That only leaves pitching as a candidate to be the big bad problem, and indeed the Cardinals have not thrown baseballs very well. They enter the weekend 23rd in staff-wide earned-run average (4.77) and seventh in fielding-independent pitching, an estimate of ERA in a neutral defensive environment (4.44). It isn’t good, and only one starter, Jordan Montgomery at 4.11, has an ERA under 5. But the Cardinals’ overall pitching has been more mediocre than “one of the worst teams in the league” bad. The bullpen, with a combined 3.88 ERA and a pretty groovy 10.18 strikeouts per nine innings, has been fine. The Cardinals’ pitchers are almost all guys who have pitched for this team before and done it well. The biggest red flag? Starter Jack Flaherty, whose 6.18 ERA signals the further fading of a once-promising career.
On some level the Cardinals have just been unlucky. If run differential (-0.6 per game) were perfectly indicative of the standings, the Cardinals would be 17–21, bad but not as disastrous as 13–25. Only their division mates the Cubs, six real-life wins worse than their Pythagorean total, have been less lucky in how they’ve sequenced their runs scored and allowed. Things should (though are not guaranteed to) even out somewhat as the season goes on. The Cardinals will not stay on a 55-win pace forever.
Merely running the numbers, the Cardinals do not come off as one of the worst teams in baseball, with a win total only higher than the miserable Kansas City Royals and soon-to-be Las Vegas A’s. The Cardinals seem mediocre but with upside. However, off the field? They look much more shambolic.
Only a month into his huge contract, the Cardinals decided that Contreras should no longer be a catcher and should move to designated hitter and outfield duty. It was an odd move, pegging Contreras’ work behind the plate as the scapegoat for the team’s pitching problems. Contreras has a perfectly fine defensive track record as a catcher, having added defensive value at the position every year of his career except the first weeks of this season at -0.1 defensive WAR, per Baseball Reference. MLB’s Statcast measurements paint him as pretty much fine behind the plate this spring: a bit worse than average in pitch framing and blocking balls in the dirt, a bit better than average in throwing out base stealers.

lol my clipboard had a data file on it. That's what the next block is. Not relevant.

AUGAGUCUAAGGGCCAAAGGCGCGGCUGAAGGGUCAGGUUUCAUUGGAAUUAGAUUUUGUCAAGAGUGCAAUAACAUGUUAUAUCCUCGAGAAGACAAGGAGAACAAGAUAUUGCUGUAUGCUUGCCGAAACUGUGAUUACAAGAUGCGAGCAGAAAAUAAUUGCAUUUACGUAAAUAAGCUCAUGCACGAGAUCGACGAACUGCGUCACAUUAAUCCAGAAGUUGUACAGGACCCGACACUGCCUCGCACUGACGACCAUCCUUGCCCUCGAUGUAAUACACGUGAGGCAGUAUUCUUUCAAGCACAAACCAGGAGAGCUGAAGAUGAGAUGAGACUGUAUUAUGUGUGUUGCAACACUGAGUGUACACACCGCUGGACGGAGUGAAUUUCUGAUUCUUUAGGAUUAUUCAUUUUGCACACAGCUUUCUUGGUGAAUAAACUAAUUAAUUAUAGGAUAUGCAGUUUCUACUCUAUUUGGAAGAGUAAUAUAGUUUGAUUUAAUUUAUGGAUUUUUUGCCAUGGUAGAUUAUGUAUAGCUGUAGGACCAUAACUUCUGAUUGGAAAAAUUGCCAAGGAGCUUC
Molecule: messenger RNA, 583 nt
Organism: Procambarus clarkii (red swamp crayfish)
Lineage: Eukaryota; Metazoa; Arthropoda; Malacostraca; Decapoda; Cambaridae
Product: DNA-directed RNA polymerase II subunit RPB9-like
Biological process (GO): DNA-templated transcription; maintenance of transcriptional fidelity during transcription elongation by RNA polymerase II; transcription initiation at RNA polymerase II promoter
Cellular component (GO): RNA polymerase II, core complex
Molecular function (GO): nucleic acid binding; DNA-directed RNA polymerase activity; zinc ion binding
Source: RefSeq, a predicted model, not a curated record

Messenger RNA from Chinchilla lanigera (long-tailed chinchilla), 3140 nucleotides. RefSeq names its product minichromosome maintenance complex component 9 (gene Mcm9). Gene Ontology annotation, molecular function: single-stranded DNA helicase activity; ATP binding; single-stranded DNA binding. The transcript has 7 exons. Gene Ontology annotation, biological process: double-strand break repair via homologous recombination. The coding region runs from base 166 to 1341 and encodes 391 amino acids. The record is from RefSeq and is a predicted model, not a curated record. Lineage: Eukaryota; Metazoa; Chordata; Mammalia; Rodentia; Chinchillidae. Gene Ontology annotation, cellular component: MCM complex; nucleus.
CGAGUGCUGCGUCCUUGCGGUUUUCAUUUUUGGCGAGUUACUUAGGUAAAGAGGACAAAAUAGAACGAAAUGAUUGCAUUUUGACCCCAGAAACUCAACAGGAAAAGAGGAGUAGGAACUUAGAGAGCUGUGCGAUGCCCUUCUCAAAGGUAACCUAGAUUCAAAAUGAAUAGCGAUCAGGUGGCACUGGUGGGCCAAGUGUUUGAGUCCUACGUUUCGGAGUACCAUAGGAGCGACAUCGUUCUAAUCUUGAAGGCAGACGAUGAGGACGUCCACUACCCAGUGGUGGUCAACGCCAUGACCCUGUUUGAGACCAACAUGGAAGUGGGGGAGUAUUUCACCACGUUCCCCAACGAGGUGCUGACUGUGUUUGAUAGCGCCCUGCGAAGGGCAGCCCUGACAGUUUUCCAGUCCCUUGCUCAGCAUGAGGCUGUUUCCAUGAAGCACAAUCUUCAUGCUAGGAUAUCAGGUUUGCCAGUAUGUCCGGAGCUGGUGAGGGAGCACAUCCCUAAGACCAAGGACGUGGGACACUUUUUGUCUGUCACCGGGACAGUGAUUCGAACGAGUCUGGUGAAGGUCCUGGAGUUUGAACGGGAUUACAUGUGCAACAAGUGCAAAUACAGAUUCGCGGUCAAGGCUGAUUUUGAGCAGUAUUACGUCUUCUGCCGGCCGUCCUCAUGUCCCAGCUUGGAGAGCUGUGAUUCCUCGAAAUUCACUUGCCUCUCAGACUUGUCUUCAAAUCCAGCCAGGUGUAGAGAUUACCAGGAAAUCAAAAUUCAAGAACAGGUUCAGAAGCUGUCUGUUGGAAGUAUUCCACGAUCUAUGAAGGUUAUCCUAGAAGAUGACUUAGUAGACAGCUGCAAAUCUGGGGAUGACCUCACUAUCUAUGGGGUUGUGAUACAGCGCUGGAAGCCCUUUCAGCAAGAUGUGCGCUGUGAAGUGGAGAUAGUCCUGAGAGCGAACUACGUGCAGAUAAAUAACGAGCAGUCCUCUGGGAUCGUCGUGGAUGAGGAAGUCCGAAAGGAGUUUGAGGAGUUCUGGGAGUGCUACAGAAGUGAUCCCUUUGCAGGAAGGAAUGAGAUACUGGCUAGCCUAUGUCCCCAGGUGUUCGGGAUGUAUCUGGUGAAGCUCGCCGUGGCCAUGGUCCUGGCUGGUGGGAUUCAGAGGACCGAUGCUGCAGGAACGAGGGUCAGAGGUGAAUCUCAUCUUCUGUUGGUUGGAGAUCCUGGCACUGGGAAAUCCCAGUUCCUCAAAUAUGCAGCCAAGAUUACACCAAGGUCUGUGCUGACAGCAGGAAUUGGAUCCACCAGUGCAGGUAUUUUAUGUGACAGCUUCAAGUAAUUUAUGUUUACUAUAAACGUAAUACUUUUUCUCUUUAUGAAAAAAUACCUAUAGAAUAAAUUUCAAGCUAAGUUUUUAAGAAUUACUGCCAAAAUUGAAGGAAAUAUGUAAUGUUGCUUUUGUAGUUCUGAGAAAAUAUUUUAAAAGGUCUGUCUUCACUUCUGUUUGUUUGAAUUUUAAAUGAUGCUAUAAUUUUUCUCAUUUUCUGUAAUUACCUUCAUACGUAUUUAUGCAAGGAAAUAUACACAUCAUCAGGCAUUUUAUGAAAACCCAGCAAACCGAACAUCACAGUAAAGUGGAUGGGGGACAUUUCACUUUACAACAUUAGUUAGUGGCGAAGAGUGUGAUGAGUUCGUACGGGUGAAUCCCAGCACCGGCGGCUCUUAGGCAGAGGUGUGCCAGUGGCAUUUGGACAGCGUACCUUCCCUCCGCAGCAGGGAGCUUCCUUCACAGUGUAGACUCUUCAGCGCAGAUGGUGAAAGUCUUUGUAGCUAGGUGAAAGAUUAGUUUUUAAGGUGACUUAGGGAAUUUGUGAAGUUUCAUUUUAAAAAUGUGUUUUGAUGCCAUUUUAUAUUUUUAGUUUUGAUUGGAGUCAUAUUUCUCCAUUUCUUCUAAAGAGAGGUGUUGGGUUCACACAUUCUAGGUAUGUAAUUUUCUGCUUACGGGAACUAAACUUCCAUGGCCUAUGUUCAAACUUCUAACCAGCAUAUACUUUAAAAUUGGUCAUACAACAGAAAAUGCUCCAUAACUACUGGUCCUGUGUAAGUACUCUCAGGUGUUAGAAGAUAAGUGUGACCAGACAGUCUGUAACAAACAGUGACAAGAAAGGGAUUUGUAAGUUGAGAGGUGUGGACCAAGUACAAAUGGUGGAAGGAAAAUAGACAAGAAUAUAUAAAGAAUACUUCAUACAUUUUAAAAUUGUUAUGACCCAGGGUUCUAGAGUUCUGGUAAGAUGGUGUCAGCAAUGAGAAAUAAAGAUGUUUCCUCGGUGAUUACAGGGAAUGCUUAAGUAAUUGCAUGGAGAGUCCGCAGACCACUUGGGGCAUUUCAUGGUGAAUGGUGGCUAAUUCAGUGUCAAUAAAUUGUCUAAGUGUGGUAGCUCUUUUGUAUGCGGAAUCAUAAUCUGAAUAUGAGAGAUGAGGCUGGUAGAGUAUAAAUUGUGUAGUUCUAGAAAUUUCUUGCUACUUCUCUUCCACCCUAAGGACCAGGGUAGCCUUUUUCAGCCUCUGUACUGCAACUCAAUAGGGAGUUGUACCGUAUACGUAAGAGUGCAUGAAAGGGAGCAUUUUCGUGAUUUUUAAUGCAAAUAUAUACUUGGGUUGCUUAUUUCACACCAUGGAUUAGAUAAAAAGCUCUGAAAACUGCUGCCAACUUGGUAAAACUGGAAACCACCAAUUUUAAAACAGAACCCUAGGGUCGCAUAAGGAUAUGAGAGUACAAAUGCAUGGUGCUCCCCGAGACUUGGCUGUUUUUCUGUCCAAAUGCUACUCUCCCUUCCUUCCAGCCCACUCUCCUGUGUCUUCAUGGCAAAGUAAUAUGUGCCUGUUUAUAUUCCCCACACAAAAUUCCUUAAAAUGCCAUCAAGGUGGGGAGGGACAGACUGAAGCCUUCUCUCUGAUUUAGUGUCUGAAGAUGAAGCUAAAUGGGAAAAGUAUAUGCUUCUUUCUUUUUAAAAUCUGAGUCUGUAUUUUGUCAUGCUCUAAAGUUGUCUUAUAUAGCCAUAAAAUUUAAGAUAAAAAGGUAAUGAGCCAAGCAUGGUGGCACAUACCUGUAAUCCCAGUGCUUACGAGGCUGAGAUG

The Cardinals can play their players wherever they want, but the manner of the Contreras shift was weird. They made a whole big announcement about it, then walked it back a bit when Contreras defended his work as a catcher to the media. Not very Cardinal Way behavior for a supposedly model franchise. The Walker demotion felt like a herky-jerky way to handle the development of a key part of the club’s future. And to add a cruel (or some would say very funny) twist, the most valuable pitcher in baseball this season is a former Cardinals prospect whom the team traded in 2017. Zac Gallen, who has a 2.36 ERA with the Arizona Diamondbacks, said this week of the Cardinals dealing him: “You know the Cardinals, you know they got their certain ways about how they go about some things.” Yes, we do: The Cardinal Way.
Making the Cardinals’ brutal start more unfortunate (or, one might argue, hysterical) is that the NL Central is right there for the taking. First place entering the weekend belongs to the Pittsburgh Pirates, who had a dreamy April but are 1–9 in their past 10 games. They’ve only retained the top spot because the Milwaukee Brewers are 2–8 in the same span. The Cubs are just OK, and the Cincinnati Reds are a nonentity. Even a bland Cardinals season would give the team a pretty good chance at a division title, but so far, it hasn’t happened. With the Pirates in freefall, the Brewers look like the best bet to come out of the division. The Central being one of baseball’s worst divisions is not new. It is the case most years. But 2023’s innovative new feature is that the team most weighing down the NL Central is the one that’s won it 11 times this millennium.